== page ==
But it does bring up the whole question of why do we implement ERP systems in the first place? Sure, there are companies with disparate and widespread systems that would benefit from having some sort of unification across their enterprise. But, in my opinion, the benefit comes not necessarily from the software itself, but from the unification of underlying process and settings. Merging a couple of companies together always benefits from implementing a common chart of accounts and common processes to underly them, but the implementation of a common (usually expensive) system is not always required.

Or am I wrong?
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It's Just Not Cricket!

IMG_9475I was sitting over the weekend watching the guys practice their cricketing skills on the local cricket green. (For those of you who want an in-depth explanation of cricket I would recommend this:  Or for a more in-depth and less humourous look, this).

The exercise was simple. A batter would lob a ball really high into the air and the fielder would have to catch the high ball, immediately throw it back accurately towards the batter who would knock it along the ground. The fielder would then catch the low ball and return it to the batter who would lob another high ball for the next fielder in the line.

Simple straightforward and practical.

The problem came when one of the fielders didn't catch the ball. It threw the rythmn of the practice and the guys would have to regroup and start again.

I got to thinking how this applies to process.

At first glance it’s a simple process with a number of moving parts (or steps). The process is designed so that each step can be executed in a sequence and the output of one step is used as the input of another. The problem comes when the output of one step is not what is expected by the following step. This is the case with the cricket practice. The batter was expecting a ball to come at him from the previous fielder so he could launch that to the next participant in the process. When the ball didn’t come back (because the fielder dropped it) it made the process grind to a halt.

In reality that solution is really simple: Have a second ball ready to throw into the process when the previous step fails to deliver. But this is what a lot of process definitions steps fail to take into account. They are designed to run with an optimum process flow (i.e. they assume that the output from previous steps is valid). Designing some error handling into a process is always easier than trying to fix a process when it doesn’t work as designed.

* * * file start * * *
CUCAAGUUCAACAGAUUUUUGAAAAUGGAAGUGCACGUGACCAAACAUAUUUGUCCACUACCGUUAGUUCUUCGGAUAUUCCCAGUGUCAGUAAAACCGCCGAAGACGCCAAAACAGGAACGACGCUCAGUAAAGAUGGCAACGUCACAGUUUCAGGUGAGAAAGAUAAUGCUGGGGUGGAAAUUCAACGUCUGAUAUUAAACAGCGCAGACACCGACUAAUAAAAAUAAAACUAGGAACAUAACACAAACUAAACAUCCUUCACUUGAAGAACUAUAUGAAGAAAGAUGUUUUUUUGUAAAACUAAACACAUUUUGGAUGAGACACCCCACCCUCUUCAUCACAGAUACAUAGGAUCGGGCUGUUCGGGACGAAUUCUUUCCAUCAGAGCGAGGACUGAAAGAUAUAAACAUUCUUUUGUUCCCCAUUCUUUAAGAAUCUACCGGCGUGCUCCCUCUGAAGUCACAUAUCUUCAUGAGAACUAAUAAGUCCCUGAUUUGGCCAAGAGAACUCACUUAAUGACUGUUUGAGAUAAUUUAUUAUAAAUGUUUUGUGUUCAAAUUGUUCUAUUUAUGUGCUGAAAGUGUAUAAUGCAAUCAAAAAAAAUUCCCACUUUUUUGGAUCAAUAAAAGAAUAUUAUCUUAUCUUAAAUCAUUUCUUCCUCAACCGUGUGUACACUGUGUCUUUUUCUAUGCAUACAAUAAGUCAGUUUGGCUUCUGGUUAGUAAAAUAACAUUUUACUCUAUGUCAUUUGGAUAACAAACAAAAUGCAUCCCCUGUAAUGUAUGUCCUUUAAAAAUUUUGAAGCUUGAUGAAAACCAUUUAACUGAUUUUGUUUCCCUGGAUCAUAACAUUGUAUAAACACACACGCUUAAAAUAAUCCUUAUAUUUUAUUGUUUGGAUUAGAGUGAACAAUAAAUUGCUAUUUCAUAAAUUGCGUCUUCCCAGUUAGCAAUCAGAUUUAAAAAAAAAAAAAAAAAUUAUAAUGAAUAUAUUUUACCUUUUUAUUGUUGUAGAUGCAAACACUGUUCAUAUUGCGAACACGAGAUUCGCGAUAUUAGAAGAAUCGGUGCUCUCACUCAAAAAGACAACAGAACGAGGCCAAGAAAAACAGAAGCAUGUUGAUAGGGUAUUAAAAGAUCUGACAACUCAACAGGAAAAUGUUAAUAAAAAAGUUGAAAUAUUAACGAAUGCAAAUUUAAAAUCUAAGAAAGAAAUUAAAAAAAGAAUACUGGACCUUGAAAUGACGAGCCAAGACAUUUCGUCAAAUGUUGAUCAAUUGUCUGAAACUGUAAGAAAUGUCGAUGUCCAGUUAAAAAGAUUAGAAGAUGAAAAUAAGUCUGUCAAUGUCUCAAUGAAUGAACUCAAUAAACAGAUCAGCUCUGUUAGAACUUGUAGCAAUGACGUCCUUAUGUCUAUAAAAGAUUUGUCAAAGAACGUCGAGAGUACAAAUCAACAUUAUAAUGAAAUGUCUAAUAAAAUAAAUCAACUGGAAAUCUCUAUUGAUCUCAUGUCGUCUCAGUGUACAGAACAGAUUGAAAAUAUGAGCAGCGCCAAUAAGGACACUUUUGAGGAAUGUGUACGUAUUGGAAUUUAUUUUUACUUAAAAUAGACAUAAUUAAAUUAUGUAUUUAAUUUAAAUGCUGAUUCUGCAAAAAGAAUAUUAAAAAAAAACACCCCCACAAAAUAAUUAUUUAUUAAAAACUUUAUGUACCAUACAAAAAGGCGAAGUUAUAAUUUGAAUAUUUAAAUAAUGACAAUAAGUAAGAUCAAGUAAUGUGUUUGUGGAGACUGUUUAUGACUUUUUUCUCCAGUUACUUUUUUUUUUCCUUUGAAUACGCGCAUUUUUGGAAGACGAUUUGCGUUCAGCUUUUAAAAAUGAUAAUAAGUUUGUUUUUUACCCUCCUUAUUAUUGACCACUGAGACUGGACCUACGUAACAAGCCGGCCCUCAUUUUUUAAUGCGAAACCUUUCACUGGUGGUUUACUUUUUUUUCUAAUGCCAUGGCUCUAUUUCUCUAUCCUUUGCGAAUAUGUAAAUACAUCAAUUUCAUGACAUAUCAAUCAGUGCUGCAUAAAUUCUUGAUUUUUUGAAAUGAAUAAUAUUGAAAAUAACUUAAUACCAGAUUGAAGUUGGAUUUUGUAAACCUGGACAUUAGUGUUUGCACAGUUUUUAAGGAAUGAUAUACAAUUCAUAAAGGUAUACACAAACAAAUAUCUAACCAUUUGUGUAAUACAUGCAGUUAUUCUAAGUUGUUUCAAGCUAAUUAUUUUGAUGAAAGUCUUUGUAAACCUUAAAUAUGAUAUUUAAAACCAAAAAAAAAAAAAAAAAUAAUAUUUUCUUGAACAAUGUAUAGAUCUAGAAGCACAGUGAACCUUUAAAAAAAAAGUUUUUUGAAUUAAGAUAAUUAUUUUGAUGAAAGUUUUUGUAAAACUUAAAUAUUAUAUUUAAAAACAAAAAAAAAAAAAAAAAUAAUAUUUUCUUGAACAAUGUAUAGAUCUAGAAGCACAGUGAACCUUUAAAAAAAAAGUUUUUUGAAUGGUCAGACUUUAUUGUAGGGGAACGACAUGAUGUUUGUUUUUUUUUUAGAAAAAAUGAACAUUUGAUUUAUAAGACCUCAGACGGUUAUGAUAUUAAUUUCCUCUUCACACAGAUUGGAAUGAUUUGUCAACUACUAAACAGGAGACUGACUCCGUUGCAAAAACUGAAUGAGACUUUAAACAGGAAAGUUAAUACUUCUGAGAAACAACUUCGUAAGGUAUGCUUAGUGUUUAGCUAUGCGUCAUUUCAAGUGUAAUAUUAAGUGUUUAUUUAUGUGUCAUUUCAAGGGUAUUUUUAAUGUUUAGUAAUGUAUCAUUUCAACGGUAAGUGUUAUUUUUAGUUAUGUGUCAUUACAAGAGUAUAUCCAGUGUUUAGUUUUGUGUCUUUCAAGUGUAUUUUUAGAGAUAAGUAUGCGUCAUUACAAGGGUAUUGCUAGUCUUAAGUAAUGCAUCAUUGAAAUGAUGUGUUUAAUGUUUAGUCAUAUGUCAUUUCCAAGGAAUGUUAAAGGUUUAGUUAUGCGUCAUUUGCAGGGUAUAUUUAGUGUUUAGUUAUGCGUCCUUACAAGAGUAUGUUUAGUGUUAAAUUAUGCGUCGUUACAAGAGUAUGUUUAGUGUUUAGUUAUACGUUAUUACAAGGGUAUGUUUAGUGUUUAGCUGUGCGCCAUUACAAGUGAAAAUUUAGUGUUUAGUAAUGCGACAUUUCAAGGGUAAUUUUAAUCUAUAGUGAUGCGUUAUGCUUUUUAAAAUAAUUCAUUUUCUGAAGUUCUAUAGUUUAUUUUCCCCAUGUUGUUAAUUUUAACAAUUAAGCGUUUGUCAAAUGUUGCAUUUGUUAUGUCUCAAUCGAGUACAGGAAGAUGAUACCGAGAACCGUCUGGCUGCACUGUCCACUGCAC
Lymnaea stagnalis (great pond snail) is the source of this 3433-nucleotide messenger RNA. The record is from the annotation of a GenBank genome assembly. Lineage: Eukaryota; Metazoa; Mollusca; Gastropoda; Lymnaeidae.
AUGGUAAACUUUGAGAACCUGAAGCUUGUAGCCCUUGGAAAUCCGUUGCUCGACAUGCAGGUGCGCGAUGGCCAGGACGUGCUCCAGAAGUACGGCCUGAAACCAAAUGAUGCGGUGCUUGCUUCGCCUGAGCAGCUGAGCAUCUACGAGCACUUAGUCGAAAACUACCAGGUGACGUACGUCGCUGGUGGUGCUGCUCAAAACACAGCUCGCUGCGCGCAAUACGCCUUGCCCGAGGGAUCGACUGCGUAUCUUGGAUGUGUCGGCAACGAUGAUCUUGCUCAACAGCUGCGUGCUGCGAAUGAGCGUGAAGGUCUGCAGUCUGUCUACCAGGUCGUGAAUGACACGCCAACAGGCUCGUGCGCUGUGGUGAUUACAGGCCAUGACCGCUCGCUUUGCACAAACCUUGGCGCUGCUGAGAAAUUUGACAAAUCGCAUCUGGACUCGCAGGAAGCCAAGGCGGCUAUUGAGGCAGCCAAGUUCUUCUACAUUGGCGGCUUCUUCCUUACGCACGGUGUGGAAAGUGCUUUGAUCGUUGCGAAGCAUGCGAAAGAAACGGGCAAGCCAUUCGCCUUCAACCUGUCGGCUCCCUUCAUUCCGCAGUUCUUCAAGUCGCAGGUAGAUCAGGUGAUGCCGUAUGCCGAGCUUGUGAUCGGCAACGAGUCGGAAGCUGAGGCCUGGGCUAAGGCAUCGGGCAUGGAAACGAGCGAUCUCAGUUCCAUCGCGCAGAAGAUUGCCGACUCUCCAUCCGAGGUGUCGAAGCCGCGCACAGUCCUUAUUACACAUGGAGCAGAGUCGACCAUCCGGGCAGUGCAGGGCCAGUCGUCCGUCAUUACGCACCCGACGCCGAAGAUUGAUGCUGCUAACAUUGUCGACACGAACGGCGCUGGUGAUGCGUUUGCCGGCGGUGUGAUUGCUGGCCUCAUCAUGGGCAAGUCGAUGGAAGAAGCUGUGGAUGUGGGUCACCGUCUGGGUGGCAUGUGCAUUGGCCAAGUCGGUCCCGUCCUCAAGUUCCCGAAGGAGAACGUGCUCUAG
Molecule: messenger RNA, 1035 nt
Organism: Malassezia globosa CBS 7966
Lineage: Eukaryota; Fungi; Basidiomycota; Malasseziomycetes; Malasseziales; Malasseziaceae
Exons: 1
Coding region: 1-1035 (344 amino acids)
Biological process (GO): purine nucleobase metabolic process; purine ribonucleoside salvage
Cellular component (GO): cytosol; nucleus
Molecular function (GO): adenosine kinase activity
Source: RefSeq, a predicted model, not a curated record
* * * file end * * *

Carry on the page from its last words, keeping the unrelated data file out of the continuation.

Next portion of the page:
How many error processing steps do you have in your processes?

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Have the BPM goalposts moved?

DSC_0811.jpgMy last post asked Where is the BPM Market going? and opened the way for discussion (mostly on Twitter) about the changing state of the BPM marketplace.

Thanks to Craig, The Process Ninja, we can now look at the latest analysts offerings from Gartner and Forrester in the form of the Forrester Wave for BPM suites and the Gartner Magic Quadrant for Intelligent Business Process Management Software.

Wait! Hold-up now. "Intelligent Business Process Management Software", you say? What the hell is that?

Gartner has made changes to the classification of BPM solutions by redefining the marketplace. They are referring to this as "an evolution of the BPMS market" that is "centered on a new IBO use case". IBO in this case means Intelligent Business Operations. It is the same thing they did several years ago when the Magic Quadrant for Pure-Play BPM morphed into the Magic Quadrant for Business Process Management Suites.

In other words, they've moved the goalposts!

Further analysis of the underlying reason for this reveals that Gartner feels that iBPMS represents a maturation of the capability and is used typically at higher levels of BPM maturity.

But the problem is they are pushing the same products as they had in the previous Magic Quadrant  for BPMS - which they say cannot be compared with this iBPMS Magic Quadrant.

My recollection of the earlier Magic Quadrant showed a group of vendors in the top right sector of the diagram with a number of other vendors trailing down a diagonal to the bottom left. The new Magic Quadrant shows a wider spread of vendors, many of whom can be found in the lower right quadrant. In Gartner speak this indicates that they are visionaries, but lack the ability to execute on their vision.

So what am I to do if I am a Gartner customer looking to identify which vendor I can pursue to fulfill my needs?